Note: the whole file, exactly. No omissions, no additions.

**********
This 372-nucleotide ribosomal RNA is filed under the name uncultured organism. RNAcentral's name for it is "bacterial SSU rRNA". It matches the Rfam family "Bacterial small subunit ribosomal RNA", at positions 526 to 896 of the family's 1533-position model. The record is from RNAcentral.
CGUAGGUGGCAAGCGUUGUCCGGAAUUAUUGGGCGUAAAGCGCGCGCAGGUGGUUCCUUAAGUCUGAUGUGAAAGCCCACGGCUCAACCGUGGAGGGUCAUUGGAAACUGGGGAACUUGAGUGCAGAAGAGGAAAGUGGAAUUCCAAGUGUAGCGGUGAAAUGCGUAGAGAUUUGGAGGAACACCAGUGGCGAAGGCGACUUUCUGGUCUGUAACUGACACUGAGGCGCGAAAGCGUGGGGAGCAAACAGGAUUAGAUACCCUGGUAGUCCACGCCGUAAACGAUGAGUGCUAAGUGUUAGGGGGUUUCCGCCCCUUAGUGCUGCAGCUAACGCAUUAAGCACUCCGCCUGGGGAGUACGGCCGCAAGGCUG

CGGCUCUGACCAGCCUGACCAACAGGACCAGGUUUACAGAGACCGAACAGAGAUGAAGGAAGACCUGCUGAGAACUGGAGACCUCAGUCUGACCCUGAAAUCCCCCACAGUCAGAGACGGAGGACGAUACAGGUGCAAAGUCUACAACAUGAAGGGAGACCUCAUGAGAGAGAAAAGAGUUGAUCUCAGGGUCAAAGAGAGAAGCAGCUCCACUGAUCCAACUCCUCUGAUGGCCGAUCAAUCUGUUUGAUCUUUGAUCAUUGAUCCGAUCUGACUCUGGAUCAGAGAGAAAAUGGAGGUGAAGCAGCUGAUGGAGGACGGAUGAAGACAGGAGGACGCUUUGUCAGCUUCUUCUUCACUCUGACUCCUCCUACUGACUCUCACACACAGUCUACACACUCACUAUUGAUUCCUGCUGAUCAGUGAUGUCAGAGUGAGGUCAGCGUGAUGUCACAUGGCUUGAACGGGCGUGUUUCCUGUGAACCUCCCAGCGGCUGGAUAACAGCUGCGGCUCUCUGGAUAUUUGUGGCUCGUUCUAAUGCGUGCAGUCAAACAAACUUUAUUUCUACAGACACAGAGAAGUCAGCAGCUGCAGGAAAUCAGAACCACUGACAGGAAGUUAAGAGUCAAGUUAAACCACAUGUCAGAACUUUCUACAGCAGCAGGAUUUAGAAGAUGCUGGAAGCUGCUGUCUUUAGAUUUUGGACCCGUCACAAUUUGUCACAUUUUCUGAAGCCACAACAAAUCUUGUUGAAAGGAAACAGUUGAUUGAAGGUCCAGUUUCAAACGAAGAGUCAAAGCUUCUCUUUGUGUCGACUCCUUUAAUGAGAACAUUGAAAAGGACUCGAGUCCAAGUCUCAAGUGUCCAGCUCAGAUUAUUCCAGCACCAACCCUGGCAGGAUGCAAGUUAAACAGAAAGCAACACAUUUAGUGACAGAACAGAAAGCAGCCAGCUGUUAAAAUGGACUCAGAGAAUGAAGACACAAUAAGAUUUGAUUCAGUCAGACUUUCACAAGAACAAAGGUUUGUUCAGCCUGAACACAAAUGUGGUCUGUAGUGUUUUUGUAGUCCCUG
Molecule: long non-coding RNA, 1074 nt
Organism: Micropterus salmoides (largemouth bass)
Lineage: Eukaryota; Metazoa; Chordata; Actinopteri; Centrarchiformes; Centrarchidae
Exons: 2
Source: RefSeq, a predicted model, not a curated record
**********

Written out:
This 372-nucleotide ribosomal RNA is filed under the name uncultured organism. RNAcentral's name for it is "bacterial SSU rRNA". It matches the Rfam family "Bacterial small subunit ribosomal RNA", at positions 526 to 896 of the family's 1533-position model. The record is from RNAcentral.
CGUAGGUGGCAAGCGUUGUCCGGAAUUAUUGGGCGUAAAGCGCGCGCAGGUGGUUCCUUAAGUCUGAUGUGAAAGCCCACGGCUCAACCGUGGAGGGUCAUUGGAAACUGGGGAACUUGAGUGCAGAAGAGGAAAGUGGAAUUCCAAGUGUAGCGGUGAAAUGCGUAGAGAUUUGGAGGAACACCAGUGGCGAAGGCGACUUUCUGGUCUGUAACUGACACUGAGGCGCGAAAGCGUGGGGAGCAAACAGGAUUAGAUACCCUGGUAGUCCACGCCGUAAACGAUGAGUGCUAAGUGUUAGGGGGUUUCCGCCCCUUAGUGCUGCAGCUAACGCAUUAAGCACUCCGCCUGGGGAGUACGGCCGCAAGGCUG

CGGCUCUGACCAGCCUGACCAACAGGACCAGGUUUACAGAGACCGAACAGAGAUGAAGGAAGACCUGCUGAGAACUGGAGACCUCAGUCUGACCCUGAAAUCCCCCACAGUCAGAGACGGAGGACGAUACAGGUGCAAAGUCUACAACAUGAAGGGAGACCUCAUGAGAGAGAAAAGAGUUGAUCUCAGGGUCAAAGAGAGAAGCAGCUCCACUGAUCCAACUCCUCUGAUGGCCGAUCAAUCUGUUUGAUCUUUGAUCAUUGAUCCGAUCUGACUCUGGAUCAGAGAGAAAAUGGAGGUGAAGCAGCUGAUGGAGGACGGAUGAAGACAGGAGGACGCUUUGUCAGCUUCUUCUUCACUCUGACUCCUCCUACUGACUCUCACACACAGUCUACACACUCACUAUUGAUUCCUGCUGAUCAGUGAUGUCAGAGUGAGGUCAGCGUGAUGUCACAUGGCUUGAACGGGCGUGUUUCCUGUGAACCUCCCAGCGGCUGGAUAACAGCUGCGGCUCUCUGGAUAUUUGUGGCUCGUUCUAAUGCGUGCAGUCAAACAAACUUUAUUUCUACAGACACAGAGAAGUCAGCAGCUGCAGGAAAUCAGAACCACUGACAGGAAGUUAAGAGUCAAGUUAAACCACAUGUCAGAACUUUCUACAGCAGCAGGAUUUAGAAGAUGCUGGAAGCUGCUGUCUUUAGAUUUUGGACCCGUCACAAUUUGUCACAUUUUCUGAAGCCACAACAAAUCUUGUUGAAAGGAAACAGUUGAUUGAAGGUCCAGUUUCAAACGAAGAGUCAAAGCUUCUCUUUGUGUCGACUCCUUUAAUGAGAACAUUGAAAAGGACUCGAGUCCAAGUCUCAAGUGUCCAGCUCAGAUUAUUCCAGCACCAACCCUGGCAGGAUGCAAGUUAAACAGAAAGCAACACAUUUAGUGACAGAACAGAAAGCAGCCAGCUGUUAAAAUGGACUCAGAGAAUGAAGACACAAUAAGAUUUGAUUCAGUCAGACUUUCACAAGAACAAAGGUUUGUUCAGCCUGAACACAAAUGUGGUCUGUAGUGUUUUUGUAGUCCCUG
Molecule: long non-coding RNA, 1074 nt
Organism: Micropterus salmoides (largemouth bass)
Lineage: Eukaryota; Metazoa; Chordata; Actinopteri; Centrarchiformes; Centrarchidae
Exons: 2
Source: RefSeq, a predicted model, not a curated record